12.3: Intellectual Property
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One of the domains that have been deeply impacted by digital technologies is the domain of intellectual property. Digital technologies have driven a rise in new intellectual property claims and made it much more difficult to defend intellectual property.
Intellectual property is defined as “property (as an idea, invention, or process) that derives from the work of the mind or intellect.” This could include creations such as song lyrics, a computer program, a new type of toaster, or even a sculpture.
Practically speaking, it is very difficult to protect an idea. Instead, intellectual property laws are written to protect the tangible results of an idea. In other words, just coming up with a song in your head is not protected, but if you write it down it can be protected.
Protection of intellectual property is important because it gives people an incentive to be creative. Innovators with great ideas will be more likely to pursue those ideas if they have a clear understanding of how they will benefit. In the US Constitution, Article 8, Section 8, the authors saw fit to recognize the importance of protecting creative works:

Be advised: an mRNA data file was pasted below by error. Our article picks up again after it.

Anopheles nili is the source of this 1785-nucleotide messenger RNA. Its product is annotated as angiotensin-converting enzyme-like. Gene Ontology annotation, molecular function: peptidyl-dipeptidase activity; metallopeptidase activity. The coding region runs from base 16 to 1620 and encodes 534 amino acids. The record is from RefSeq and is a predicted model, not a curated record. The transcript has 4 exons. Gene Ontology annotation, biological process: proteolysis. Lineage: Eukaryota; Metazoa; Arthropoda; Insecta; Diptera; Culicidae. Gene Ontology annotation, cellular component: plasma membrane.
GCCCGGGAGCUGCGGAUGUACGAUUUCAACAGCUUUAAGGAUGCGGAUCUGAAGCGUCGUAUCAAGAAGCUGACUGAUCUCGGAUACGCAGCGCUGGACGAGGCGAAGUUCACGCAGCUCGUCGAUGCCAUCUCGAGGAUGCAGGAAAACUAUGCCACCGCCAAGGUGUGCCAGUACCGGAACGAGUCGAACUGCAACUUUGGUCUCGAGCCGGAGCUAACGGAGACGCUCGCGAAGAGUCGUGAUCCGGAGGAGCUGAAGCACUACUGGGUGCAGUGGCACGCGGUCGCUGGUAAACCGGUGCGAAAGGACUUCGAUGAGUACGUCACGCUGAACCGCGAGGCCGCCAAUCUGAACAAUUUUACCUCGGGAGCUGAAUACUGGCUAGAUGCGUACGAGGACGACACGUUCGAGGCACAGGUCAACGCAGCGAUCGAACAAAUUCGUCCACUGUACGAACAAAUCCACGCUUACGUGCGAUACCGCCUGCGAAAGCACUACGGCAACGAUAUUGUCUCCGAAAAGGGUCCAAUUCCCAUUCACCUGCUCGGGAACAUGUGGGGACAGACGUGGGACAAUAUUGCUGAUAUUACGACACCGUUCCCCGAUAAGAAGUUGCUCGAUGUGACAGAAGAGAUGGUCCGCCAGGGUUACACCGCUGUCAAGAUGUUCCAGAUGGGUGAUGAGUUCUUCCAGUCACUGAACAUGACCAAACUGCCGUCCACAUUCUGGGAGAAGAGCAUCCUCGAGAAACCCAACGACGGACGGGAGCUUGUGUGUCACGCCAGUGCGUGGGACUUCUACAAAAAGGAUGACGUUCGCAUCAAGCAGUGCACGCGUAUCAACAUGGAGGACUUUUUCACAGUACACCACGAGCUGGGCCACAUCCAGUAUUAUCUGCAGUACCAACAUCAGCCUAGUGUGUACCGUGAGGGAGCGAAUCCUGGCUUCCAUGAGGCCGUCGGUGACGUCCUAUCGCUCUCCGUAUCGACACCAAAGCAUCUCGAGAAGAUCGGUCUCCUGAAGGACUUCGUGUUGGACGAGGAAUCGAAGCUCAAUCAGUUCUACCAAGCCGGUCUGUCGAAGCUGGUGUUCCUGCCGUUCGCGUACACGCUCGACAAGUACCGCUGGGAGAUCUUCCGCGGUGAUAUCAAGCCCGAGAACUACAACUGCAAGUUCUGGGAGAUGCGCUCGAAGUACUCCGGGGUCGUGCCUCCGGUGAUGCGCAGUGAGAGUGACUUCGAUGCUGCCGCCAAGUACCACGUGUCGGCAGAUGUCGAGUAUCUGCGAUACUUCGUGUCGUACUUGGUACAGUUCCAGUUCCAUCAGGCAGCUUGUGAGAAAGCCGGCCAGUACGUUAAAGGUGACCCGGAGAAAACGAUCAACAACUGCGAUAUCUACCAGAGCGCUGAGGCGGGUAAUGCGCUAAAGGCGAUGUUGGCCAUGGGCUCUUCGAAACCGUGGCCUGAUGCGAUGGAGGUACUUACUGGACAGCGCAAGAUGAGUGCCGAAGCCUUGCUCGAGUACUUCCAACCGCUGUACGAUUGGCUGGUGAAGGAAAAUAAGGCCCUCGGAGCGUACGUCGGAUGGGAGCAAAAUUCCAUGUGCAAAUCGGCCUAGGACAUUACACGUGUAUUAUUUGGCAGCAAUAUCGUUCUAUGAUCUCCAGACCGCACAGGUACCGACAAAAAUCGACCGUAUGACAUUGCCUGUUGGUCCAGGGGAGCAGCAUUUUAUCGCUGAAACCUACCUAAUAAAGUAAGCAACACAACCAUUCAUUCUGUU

Congress shall have the power . . . To promote the Progress of Science and useful Arts, by securing for limited Times to Authors and Inventors the exclusive Right to their respective Writings and Discoveries.
An important point to note here is the “limited time” qualification. While protecting intellectual property is important because of the incentives it provides, it is also necessary to limit the amount of benefit that can be received and allow the results of ideas to become part of the public domain.
Outside of the US, intellectual property protections vary. You can find out more about a specific country’s intellectual property laws by visiting the World Intellectual Property Organization.
In the following sections we will review three of the best-known intellectual property protections: copyright, patent, and trademark.